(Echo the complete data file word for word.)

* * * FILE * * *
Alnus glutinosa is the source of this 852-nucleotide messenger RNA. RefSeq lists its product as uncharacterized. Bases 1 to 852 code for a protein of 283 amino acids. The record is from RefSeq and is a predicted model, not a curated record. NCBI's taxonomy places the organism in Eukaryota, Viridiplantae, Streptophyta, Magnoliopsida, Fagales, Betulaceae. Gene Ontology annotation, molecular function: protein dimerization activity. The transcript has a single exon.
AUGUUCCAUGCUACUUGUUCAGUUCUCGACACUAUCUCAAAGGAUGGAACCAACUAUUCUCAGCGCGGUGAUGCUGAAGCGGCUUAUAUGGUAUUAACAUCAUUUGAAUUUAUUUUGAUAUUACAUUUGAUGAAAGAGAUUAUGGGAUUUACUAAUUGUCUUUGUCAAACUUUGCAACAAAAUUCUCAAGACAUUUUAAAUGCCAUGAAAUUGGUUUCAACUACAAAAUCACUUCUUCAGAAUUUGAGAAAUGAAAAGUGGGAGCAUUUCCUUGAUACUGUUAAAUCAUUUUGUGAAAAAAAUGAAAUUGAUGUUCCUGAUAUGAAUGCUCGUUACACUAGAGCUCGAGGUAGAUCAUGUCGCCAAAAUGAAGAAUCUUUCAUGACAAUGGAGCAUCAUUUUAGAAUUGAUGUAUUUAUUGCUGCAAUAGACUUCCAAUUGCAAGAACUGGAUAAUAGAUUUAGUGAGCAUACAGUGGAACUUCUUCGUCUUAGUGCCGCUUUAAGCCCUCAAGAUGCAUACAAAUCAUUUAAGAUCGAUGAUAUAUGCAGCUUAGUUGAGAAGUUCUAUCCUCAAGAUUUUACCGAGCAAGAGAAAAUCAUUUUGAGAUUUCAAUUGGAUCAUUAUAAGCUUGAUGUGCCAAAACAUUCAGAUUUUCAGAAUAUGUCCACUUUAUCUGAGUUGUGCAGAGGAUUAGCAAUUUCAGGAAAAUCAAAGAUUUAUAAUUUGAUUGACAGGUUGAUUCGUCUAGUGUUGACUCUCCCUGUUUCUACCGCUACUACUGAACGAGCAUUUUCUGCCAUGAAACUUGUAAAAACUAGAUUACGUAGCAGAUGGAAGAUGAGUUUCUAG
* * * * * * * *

Alnus glutinosa is the source of this 852-nucleotide messenger RNA. RefSeq lists its product as uncharacterized. Bases 1 to 852 code for a protein of 283 amino acids. The record is from RefSeq and is a predicted model, not a curated record. NCBI's taxonomy places the organism in Eukaryota, Viridiplantae, Streptophyta, Magnoliopsida, Fagales, Betulaceae. Gene Ontology annotation, molecular function: protein dimerization activity. The transcript has a single exon.
AUGUUCCAUGCUACUUGUUCAGUUCUCGACACUAUCUCAAAGGAUGGAACCAACUAUUCUCAGCGCGGUGAUGCUGAAGCGGCUUAUAUGGUAUUAACAUCAUUUGAAUUUAUUUUGAUAUUACAUUUGAUGAAAGAGAUUAUGGGAUUUACUAAUUGUCUUUGUCAAACUUUGCAACAAAAUUCUCAAGACAUUUUAAAUGCCAUGAAAUUGGUUUCAACUACAAAAUCACUUCUUCAGAAUUUGAGAAAUGAAAAGUGGGAGCAUUUCCUUGAUACUGUUAAAUCAUUUUGUGAAAAAAAUGAAAUUGAUGUUCCUGAUAUGAAUGCUCGUUACACUAGAGCUCGAGGUAGAUCAUGUCGCCAAAAUGAAGAAUCUUUCAUGACAAUGGAGCAUCAUUUUAGAAUUGAUGUAUUUAUUGCUGCAAUAGACUUCCAAUUGCAAGAACUGGAUAAUAGAUUUAGUGAGCAUACAGUGGAACUUCUUCGUCUUAGUGCCGCUUUAAGCCCUCAAGAUGCAUACAAAUCAUUUAAGAUCGAUGAUAUAUGCAGCUUAGUUGAGAAGUUCUAUCCUCAAGAUUUUACCGAGCAAGAGAAAAUCAUUUUGAGAUUUCAAUUGGAUCAUUAUAAGCUUGAUGUGCCAAAACAUUCAGAUUUUCAGAAUAUGUCCACUUUAUCUGAGUUGUGCAGAGGAUUAGCAAUUUCAGGAAAAUCAAAGAUUUAUAAUUUGAUUGACAGGUUGAUUCGUCUAGUGUUGACUCUCCCUGUUUCUACCGCUACUACUGAACGAGCAUUUUCUGCCAUGAAACUUGUAAAAACUAGAUUACGUAGCAGAUGGAAGAUGAGUUUCUAG